Israel says offer is a bid to buy time. The UN said it ran out of fuel to distribute aid.
Israel rejected a cease-fire offer from the Palestinian group Hamas as a humanitarian aid crisis erupting in the Gaza Strip threatened wider instability. The crisis in the troubled Palestinian territory deepened as President Bush, meeting with Palestinian President Mahmoud Abbas in Washington, offered assurances that a two-state deal is possible before he leaves office in January.
... [The] Palestinian group offered to cease cross-border rocket attacks if Israel opens crossing points into Gaza and ends military incursions into the Palestinian territory.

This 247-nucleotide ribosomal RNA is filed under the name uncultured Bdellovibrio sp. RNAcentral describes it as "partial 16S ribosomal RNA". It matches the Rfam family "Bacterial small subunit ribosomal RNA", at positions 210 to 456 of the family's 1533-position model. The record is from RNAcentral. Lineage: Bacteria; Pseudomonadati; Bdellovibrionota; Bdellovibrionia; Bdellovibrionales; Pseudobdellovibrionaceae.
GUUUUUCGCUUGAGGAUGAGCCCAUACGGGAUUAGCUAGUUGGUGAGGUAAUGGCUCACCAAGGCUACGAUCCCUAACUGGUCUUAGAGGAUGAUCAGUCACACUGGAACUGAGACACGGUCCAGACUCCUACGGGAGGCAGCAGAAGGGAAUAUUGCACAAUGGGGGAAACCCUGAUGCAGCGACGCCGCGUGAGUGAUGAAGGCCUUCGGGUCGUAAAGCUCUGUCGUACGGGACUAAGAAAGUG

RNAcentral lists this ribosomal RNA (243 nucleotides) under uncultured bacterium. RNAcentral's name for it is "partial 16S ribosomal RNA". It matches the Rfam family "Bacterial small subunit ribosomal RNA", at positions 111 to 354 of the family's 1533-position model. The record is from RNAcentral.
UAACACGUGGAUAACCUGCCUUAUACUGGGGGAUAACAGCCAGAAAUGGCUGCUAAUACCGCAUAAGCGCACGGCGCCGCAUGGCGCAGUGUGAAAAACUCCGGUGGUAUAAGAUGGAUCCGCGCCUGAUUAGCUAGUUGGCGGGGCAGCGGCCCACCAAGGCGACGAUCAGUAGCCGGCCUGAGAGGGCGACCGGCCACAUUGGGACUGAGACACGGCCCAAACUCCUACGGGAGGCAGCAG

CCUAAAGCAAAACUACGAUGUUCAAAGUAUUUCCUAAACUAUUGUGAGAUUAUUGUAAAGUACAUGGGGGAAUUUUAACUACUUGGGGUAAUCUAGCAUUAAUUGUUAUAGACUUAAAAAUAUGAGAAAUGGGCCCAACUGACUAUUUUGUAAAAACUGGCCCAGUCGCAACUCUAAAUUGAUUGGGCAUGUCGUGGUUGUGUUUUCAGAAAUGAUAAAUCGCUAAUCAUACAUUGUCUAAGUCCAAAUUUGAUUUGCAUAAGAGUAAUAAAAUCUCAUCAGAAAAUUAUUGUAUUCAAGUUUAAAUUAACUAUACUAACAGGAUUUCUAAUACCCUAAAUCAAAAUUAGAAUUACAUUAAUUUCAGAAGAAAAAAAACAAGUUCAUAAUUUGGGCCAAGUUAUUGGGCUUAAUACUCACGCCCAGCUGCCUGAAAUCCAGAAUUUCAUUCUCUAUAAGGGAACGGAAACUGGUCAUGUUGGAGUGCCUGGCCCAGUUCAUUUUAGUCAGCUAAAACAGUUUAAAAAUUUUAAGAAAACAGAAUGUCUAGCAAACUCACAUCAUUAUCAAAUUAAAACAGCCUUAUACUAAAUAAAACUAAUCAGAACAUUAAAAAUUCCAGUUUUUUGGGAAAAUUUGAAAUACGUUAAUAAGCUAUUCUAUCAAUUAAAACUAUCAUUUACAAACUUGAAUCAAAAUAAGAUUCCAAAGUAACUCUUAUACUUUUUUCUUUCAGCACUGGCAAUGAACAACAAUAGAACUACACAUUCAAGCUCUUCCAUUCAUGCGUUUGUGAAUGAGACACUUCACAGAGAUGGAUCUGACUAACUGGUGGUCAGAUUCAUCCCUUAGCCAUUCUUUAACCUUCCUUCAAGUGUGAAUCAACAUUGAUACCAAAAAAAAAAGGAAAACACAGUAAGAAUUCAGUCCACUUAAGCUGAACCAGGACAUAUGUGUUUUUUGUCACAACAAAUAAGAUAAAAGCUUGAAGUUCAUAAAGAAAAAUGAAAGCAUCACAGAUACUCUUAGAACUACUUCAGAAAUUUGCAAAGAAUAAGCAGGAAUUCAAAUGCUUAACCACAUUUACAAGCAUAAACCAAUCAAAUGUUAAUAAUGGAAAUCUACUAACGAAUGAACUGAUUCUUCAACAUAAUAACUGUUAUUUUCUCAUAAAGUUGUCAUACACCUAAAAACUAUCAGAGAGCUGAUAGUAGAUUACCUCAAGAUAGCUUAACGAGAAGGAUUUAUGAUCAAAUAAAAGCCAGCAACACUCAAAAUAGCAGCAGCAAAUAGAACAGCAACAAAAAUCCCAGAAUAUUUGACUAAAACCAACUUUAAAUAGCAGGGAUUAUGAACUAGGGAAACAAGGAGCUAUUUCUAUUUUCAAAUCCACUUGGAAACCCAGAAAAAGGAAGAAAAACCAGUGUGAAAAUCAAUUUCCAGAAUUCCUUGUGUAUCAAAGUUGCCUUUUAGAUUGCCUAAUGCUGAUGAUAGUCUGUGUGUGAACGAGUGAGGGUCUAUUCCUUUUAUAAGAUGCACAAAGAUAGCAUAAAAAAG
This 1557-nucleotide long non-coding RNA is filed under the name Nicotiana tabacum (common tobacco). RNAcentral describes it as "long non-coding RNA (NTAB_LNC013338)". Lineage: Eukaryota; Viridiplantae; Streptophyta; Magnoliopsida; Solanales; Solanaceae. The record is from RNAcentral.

Ghazi Hamad, a Hamas spokesman, told Al Jazeera that it would aim to improve the situation in Gaza first and then expand to the West Bank as well.
He said: "I think the key condition for this ceasefire is that Israel should re-open all the crossings [into Gaza], especially the Rafah crossing, in order to allow people and goods to move in and out and to lift the embargo on the Palestinian people.
"Without opening the crossings, there will be no means for the ceasefire."
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